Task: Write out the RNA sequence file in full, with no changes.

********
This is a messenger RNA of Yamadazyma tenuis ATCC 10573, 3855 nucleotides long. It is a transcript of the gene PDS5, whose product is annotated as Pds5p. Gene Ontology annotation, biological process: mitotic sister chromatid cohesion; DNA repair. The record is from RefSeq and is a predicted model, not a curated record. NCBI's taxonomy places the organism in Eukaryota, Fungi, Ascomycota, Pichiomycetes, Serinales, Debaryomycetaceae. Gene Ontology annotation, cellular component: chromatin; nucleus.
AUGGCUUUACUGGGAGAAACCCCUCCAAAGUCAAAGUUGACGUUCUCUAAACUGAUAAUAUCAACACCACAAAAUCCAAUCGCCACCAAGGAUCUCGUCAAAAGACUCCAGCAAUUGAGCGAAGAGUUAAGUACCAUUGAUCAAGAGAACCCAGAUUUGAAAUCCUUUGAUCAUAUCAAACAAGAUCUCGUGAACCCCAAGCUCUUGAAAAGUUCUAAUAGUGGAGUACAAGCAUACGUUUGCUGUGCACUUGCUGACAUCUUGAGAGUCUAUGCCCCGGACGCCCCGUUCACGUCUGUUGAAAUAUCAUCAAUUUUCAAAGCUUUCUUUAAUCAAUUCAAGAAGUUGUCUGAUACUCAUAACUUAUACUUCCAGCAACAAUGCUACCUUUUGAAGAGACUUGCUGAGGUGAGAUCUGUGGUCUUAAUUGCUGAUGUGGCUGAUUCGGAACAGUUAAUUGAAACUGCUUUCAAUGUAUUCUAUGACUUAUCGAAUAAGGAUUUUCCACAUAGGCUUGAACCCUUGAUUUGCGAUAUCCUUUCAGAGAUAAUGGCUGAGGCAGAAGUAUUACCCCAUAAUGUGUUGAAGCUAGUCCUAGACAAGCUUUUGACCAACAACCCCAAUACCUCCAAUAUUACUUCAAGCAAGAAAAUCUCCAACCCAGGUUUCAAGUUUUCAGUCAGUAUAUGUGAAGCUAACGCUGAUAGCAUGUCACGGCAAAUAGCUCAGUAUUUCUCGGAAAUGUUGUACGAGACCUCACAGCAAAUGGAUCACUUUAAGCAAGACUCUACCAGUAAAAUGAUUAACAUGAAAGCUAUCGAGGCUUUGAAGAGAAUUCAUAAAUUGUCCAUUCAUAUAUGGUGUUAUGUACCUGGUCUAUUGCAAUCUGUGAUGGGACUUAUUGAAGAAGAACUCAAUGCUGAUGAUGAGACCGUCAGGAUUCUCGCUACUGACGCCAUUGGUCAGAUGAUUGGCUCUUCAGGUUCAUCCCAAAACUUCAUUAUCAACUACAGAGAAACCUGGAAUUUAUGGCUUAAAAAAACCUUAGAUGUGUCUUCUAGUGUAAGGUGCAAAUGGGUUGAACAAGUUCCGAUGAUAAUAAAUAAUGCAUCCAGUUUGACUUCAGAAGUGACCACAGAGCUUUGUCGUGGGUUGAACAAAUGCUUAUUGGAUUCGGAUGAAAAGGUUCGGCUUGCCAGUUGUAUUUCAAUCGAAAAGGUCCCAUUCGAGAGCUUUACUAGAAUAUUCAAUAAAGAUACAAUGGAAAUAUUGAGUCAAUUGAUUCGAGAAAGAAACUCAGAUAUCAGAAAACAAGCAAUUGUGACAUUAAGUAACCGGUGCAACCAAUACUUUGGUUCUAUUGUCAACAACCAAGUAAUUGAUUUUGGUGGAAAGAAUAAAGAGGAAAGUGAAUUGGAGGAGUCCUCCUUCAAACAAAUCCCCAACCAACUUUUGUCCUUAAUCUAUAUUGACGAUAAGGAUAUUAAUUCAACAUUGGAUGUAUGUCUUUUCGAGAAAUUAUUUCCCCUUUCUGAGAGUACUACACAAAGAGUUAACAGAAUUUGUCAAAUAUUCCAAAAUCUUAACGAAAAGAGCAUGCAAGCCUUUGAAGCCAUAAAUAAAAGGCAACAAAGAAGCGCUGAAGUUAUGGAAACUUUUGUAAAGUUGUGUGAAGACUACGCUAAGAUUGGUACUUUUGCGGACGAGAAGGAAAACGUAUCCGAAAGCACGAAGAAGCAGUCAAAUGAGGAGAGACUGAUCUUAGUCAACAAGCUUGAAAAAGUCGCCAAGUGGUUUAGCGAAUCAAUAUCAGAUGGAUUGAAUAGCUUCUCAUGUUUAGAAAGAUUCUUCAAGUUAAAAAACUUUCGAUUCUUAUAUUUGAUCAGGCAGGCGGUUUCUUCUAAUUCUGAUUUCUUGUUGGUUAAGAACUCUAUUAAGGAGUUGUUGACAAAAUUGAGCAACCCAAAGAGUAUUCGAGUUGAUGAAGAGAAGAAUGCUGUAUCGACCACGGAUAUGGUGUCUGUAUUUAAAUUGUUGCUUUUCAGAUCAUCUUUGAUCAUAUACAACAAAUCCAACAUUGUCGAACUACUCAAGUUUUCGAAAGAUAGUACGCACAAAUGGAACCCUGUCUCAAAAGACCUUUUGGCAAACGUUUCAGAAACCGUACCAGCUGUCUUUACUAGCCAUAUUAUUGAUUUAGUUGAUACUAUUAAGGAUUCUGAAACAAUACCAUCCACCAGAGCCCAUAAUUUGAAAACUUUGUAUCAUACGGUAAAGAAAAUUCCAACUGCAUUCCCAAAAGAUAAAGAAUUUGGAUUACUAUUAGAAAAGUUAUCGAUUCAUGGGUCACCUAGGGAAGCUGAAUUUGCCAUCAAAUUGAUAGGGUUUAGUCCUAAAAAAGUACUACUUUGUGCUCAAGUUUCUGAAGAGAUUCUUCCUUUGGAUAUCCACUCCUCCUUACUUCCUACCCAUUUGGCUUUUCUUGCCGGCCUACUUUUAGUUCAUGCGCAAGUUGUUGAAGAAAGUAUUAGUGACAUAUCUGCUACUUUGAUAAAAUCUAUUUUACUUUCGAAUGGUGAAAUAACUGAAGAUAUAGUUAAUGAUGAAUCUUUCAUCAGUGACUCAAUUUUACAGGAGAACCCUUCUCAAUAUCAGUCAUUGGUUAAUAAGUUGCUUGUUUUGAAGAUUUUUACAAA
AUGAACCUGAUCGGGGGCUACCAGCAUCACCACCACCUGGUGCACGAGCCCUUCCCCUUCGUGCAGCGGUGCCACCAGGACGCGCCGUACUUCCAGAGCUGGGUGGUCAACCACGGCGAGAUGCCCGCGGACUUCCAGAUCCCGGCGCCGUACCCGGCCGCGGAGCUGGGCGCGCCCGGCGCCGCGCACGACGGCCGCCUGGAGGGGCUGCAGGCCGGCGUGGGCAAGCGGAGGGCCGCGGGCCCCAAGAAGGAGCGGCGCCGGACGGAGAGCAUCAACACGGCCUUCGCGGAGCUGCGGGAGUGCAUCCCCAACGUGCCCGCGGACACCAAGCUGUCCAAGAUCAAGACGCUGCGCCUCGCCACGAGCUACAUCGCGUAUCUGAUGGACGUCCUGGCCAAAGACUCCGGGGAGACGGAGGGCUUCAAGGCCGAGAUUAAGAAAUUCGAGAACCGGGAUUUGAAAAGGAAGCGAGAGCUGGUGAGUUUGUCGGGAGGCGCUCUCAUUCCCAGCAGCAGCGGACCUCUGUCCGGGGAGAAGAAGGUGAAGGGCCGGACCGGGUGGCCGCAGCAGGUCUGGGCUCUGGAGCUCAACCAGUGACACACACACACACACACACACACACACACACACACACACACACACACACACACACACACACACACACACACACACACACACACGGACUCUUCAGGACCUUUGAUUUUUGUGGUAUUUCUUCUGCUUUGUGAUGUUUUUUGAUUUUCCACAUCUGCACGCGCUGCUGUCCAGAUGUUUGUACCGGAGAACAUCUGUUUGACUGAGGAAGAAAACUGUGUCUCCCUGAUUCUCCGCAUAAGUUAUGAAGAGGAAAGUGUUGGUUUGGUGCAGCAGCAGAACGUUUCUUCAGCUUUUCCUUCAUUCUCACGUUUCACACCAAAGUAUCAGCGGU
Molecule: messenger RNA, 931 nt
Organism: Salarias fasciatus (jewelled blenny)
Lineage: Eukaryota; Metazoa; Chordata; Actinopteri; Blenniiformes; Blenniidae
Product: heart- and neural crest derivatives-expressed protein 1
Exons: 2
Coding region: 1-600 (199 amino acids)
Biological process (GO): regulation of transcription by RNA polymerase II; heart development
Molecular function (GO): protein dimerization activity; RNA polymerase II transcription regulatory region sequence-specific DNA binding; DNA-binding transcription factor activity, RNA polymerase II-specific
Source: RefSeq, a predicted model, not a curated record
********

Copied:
This is a messenger RNA of Yamadazyma tenuis ATCC 10573, 3855 nucleotides long. It is a transcript of the gene PDS5, whose product is annotated as Pds5p. Gene Ontology annotation, biological process: mitotic sister chromatid cohesion; DNA repair. The record is from RefSeq and is a predicted model, not a curated record. NCBI's taxonomy places the organism in Eukaryota, Fungi, Ascomycota, Pichiomycetes, Serinales, Debaryomycetaceae. Gene Ontology annotation, cellular component: chromatin; nucleus.
AUGGCUUUACUGGGAGAAACCCCUCCAAAGUCAAAGUUGACGUUCUCUAAACUGAUAAUAUCAACACCACAAAAUCCAAUCGCCACCAAGGAUCUCGUCAAAAGACUCCAGCAAUUGAGCGAAGAGUUAAGUACCAUUGAUCAAGAGAACCCAGAUUUGAAAUCCUUUGAUCAUAUCAAACAAGAUCUCGUGAACCCCAAGCUCUUGAAAAGUUCUAAUAGUGGAGUACAAGCAUACGUUUGCUGUGCACUUGCUGACAUCUUGAGAGUCUAUGCCCCGGACGCCCCGUUCACGUCUGUUGAAAUAUCAUCAAUUUUCAAAGCUUUCUUUAAUCAAUUCAAGAAGUUGUCUGAUACUCAUAACUUAUACUUCCAGCAACAAUGCUACCUUUUGAAGAGACUUGCUGAGGUGAGAUCUGUGGUCUUAAUUGCUGAUGUGGCUGAUUCGGAACAGUUAAUUGAAACUGCUUUCAAUGUAUUCUAUGACUUAUCGAAUAAGGAUUUUCCACAUAGGCUUGAACCCUUGAUUUGCGAUAUCCUUUCAGAGAUAAUGGCUGAGGCAGAAGUAUUACCCCAUAAUGUGUUGAAGCUAGUCCUAGACAAGCUUUUGACCAACAACCCCAAUACCUCCAAUAUUACUUCAAGCAAGAAAAUCUCCAACCCAGGUUUCAAGUUUUCAGUCAGUAUAUGUGAAGCUAACGCUGAUAGCAUGUCACGGCAAAUAGCUCAGUAUUUCUCGGAAAUGUUGUACGAGACCUCACAGCAAAUGGAUCACUUUAAGCAAGACUCUACCAGUAAAAUGAUUAACAUGAAAGCUAUCGAGGCUUUGAAGAGAAUUCAUAAAUUGUCCAUUCAUAUAUGGUGUUAUGUACCUGGUCUAUUGCAAUCUGUGAUGGGACUUAUUGAAGAAGAACUCAAUGCUGAUGAUGAGACCGUCAGGAUUCUCGCUACUGACGCCAUUGGUCAGAUGAUUGGCUCUUCAGGUUCAUCCCAAAACUUCAUUAUCAACUACAGAGAAACCUGGAAUUUAUGGCUUAAAAAAACCUUAGAUGUGUCUUCUAGUGUAAGGUGCAAAUGGGUUGAACAAGUUCCGAUGAUAAUAAAUAAUGCAUCCAGUUUGACUUCAGAAGUGACCACAGAGCUUUGUCGUGGGUUGAACAAAUGCUUAUUGGAUUCGGAUGAAAAGGUUCGGCUUGCCAGUUGUAUUUCAAUCGAAAAGGUCCCAUUCGAGAGCUUUACUAGAAUAUUCAAUAAAGAUACAAUGGAAAUAUUGAGUCAAUUGAUUCGAGAAAGAAACUCAGAUAUCAGAAAACAAGCAAUUGUGACAUUAAGUAACCGGUGCAACCAAUACUUUGGUUCUAUUGUCAACAACCAAGUAAUUGAUUUUGGUGGAAAGAAUAAAGAGGAAAGUGAAUUGGAGGAGUCCUCCUUCAAACAAAUCCCCAACCAACUUUUGUCCUUAAUCUAUAUUGACGAUAAGGAUAUUAAUUCAACAUUGGAUGUAUGUCUUUUCGAGAAAUUAUUUCCCCUUUCUGAGAGUACUACACAAAGAGUUAACAGAAUUUGUCAAAUAUUCCAAAAUCUUAACGAAAAGAGCAUGCAAGCCUUUGAAGCCAUAAAUAAAAGGCAACAAAGAAGCGCUGAAGUUAUGGAAACUUUUGUAAAGUUGUGUGAAGACUACGCUAAGAUUGGUACUUUUGCGGACGAGAAGGAAAACGUAUCCGAAAGCACGAAGAAGCAGUCAAAUGAGGAGAGACUGAUCUUAGUCAACAAGCUUGAAAAAGUCGCCAAGUGGUUUAGCGAAUCAAUAUCAGAUGGAUUGAAUAGCUUCUCAUGUUUAGAAAGAUUCUUCAAGUUAAAAAACUUUCGAUUCUUAUAUUUGAUCAGGCAGGCGGUUUCUUCUAAUUCUGAUUUCUUGUUGGUUAAGAACUCUAUUAAGGAGUUGUUGACAAAAUUGAGCAACCCAAAGAGUAUUCGAGUUGAUGAAGAGAAGAAUGCUGUAUCGACCACGGAUAUGGUGUCUGUAUUUAAAUUGUUGCUUUUCAGAUCAUCUUUGAUCAUAUACAACAAAUCCAACAUUGUCGAACUACUCAAGUUUUCGAAAGAUAGUACGCACAAAUGGAACCCUGUCUCAAAAGACCUUUUGGCAAACGUUUCAGAAACCGUACCAGCUGUCUUUACUAGCCAUAUUAUUGAUUUAGUUGAUACUAUUAAGGAUUCUGAAACAAUACCAUCCACCAGAGCCCAUAAUUUGAAAACUUUGUAUCAUACGGUAAAGAAAAUUCCAACUGCAUUCCCAAAAGAUAAAGAAUUUGGAUUACUAUUAGAAAAGUUAUCGAUUCAUGGGUCACCUAGGGAAGCUGAAUUUGCCAUCAAAUUGAUAGGGUUUAGUCCUAAAAAAGUACUACUUUGUGCUCAAGUUUCUGAAGAGAUUCUUCCUUUGGAUAUCCACUCCUCCUUACUUCCUACCCAUUUGGCUUUUCUUGCCGGCCUACUUUUAGUUCAUGCGCAAGUUGUUGAAGAAAGUAUUAGUGACAUAUCUGCUACUUUGAUAAAAUCUAUUUUACUUUCGAAUGGUGAAAUAACUGAAGAUAUAGUUAAUGAUGAAUCUUUCAUCAGUGACUCAAUUUUACAGGAGAACCCUUCUCAAUAUCAGUCAUUGGUUAAUAAGUUGCUUGUUUUGAAGAUUUUUACAAA
AUGAACCUGAUCGGGGGCUACCAGCAUCACCACCACCUGGUGCACGAGCCCUUCCCCUUCGUGCAGCGGUGCCACCAGGACGCGCCGUACUUCCAGAGCUGGGUGGUCAACCACGGCGAGAUGCCCGCGGACUUCCAGAUCCCGGCGCCGUACCCGGCCGCGGAGCUGGGCGCGCCCGGCGCCGCGCACGACGGCCGCCUGGAGGGGCUGCAGGCCGGCGUGGGCAAGCGGAGGGCCGCGGGCCCCAAGAAGGAGCGGCGCCGGACGGAGAGCAUCAACACGGCCUUCGCGGAGCUGCGGGAGUGCAUCCCCAACGUGCCCGCGGACACCAAGCUGUCCAAGAUCAAGACGCUGCGCCUCGCCACGAGCUACAUCGCGUAUCUGAUGGACGUCCUGGCCAAAGACUCCGGGGAGACGGAGGGCUUCAAGGCCGAGAUUAAGAAAUUCGAGAACCGGGAUUUGAAAAGGAAGCGAGAGCUGGUGAGUUUGUCGGGAGGCGCUCUCAUUCCCAGCAGCAGCGGACCUCUGUCCGGGGAGAAGAAGGUGAAGGGCCGGACCGGGUGGCCGCAGCAGGUCUGGGCUCUGGAGCUCAACCAGUGACACACACACACACACACACACACACACACACACACACACACACACACACACACACACACACACACACACACACACACACACACGGACUCUUCAGGACCUUUGAUUUUUGUGGUAUUUCUUCUGCUUUGUGAUGUUUUUUGAUUUUCCACAUCUGCACGCGCUGCUGUCCAGAUGUUUGUACCGGAGAACAUCUGUUUGACUGAGGAAGAAAACUGUGUCUCCCUGAUUCUCCGCAUAAGUUAUGAAGAGGAAAGUGUUGGUUUGGUGCAGCAGCAGAACGUUUCUUCAGCUUUUCCUUCAUUCUCACGUUUCACACCAAAGUAUCAGCGGU
Molecule: messenger RNA, 931 nt
Organism: Salarias fasciatus (jewelled blenny)
Lineage: Eukaryota; Metazoa; Chordata; Actinopteri; Blenniiformes; Blenniidae
Product: heart- and neural crest derivatives-expressed protein 1
Exons: 2
Coding region: 1-600 (199 amino acids)
Biological process (GO): regulation of transcription by RNA polymerase II; heart development
Molecular function (GO): protein dimerization activity; RNA polymerase II transcription regulatory region sequence-specific DNA binding; DNA-binding transcription factor activity, RNA polymerase II-specific
Source: RefSeq, a predicted model, not a curated record